Nigerian civil servants’ personal memoirs

Cover AkindeleAmong the books collected during the ASCL library’s acquisition trip of last year to Nigeria are some (auto)biographical documents about working in the Nigerian civil service. Two of them are Memoirs of mixed blessings (2009) and Living the dream (2015). What is it like to be a civil servant in Nigeria?

An uncertain environment

‘Memoirs of mixed blessings’ is the very readable autobiography of Theophilus Oluwole Akindele, an executive engineer who made it to Director-General of Post- and Telecommunications. At the age of 86 Akindele recounts the events of his working life, drawing a picture not only of the civil service, but also of the political and economic circumstances at the time (though only briefly addressing the Nigerian-Biafran War). After tensions with the upcoming army man Brigadier Murtala Mohammed, Akindele is sent on compulsory leave in November 1974, ‘reeling with shock and disbelief’ about ‘the power play, the greed and the self-interest that seemed to have won the day’ (p. 235). He is, however, asked to return by the government of General Gowon already in February 1975, as it turns out only to be sacked a few months later, when Murtala overthrows Gowon in a military coup. Without particularly stressing this, Akindele makes it clear that occupying an influential position in the Nigerian civil service comes with serious difficulties. His moral and religious reflections are well-balanced by the account of the challenges he has faced.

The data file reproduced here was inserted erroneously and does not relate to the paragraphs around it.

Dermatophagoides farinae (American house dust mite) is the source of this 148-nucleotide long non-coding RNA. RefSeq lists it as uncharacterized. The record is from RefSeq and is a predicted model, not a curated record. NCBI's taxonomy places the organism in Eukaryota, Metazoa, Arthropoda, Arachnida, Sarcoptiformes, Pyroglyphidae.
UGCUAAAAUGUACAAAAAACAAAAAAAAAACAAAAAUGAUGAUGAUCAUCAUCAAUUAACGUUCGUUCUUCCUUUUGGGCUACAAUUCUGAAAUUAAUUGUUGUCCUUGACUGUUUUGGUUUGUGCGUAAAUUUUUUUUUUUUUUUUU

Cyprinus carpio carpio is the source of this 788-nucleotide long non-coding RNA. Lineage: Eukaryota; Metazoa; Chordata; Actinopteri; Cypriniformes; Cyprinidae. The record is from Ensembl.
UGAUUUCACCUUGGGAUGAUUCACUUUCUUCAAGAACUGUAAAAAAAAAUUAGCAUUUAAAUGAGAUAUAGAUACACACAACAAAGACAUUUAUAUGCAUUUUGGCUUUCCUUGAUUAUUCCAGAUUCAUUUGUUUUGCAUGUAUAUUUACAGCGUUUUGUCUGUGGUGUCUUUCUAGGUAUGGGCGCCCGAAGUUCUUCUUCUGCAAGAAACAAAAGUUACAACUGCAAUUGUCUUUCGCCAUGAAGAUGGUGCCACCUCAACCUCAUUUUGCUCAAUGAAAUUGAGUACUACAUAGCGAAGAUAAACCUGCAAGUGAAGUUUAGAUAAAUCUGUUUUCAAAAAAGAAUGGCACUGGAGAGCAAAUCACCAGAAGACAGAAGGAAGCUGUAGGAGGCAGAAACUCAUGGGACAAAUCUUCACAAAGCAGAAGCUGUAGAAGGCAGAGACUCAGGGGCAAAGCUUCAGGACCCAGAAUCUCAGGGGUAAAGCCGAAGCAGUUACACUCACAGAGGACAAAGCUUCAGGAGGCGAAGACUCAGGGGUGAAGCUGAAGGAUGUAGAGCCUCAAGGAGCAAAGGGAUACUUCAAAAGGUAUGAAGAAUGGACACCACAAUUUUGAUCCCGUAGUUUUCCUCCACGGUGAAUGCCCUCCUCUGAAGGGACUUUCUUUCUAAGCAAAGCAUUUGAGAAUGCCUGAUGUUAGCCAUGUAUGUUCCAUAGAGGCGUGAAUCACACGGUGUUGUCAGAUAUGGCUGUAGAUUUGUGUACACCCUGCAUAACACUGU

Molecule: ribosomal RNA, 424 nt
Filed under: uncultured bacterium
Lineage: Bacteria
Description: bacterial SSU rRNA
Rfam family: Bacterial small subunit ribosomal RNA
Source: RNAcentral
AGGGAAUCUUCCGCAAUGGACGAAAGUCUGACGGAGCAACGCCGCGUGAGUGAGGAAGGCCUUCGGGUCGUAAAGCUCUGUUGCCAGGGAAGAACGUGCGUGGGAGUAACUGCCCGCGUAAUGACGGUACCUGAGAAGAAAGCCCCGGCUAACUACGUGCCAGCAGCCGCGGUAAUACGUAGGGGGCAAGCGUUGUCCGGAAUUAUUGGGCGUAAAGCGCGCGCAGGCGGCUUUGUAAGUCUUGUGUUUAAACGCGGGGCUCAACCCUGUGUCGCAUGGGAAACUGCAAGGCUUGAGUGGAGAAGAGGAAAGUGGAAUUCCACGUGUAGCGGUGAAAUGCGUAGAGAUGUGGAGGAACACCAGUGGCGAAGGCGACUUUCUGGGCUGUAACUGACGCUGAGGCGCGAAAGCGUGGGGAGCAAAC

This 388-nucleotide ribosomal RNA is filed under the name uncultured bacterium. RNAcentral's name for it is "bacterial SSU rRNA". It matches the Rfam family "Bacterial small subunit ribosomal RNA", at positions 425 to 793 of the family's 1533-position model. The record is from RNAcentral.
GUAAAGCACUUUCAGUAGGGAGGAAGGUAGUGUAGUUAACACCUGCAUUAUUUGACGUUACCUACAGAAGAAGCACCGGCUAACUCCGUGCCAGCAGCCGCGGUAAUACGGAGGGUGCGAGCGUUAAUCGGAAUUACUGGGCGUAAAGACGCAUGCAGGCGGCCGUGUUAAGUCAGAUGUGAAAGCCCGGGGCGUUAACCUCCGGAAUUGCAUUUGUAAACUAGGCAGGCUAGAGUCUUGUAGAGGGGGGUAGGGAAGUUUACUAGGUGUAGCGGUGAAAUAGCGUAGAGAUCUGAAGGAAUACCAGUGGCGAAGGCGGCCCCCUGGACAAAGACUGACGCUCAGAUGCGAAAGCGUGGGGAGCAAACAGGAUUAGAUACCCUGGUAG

Nothing new under the skyCover living the dream

‘Living the dream’ (2015) by Tajudeen O. Aremu is a very different piece of work. Not claiming to write his life’s biography, Aremu, by the time of his retirement Head of Service in Oyo State (Western Nigeria), focusses not so much on issues of content, but rather on some social and relational aspects of being a civil servant (including home relations). It is his aim to give a comical account by which the serving officer will be ‘assured that there is no new thing under the sky, as whatever is happening now has happened before’, while the newcomer can draw lessons for ‘survival’ and the achievement of a successful career. One thing that Aremu – perhaps involuntarily but all the more clearly – communicates is that the Nigerian civil service is a man’s world. There being nothing new under the sky does not actually seem particularly reassuring …

Other works

Other works on the Nigerian civil service acquired during the 2016 acquisition trip to Nigeria include The art of selfless service: a biographical account of the public service career of Mr. Akinwunmi D. Ambode (2014) and We served our generation: perspectives and reflections on Western Nigeria civil service (2013). An earlier biographical work on a senior civil servant (Head of Service and Secretary to the Federal Government until 1977) is Allison Akene Ayida: Nigeria’s quintessential public servant (2004).

Heleen Smits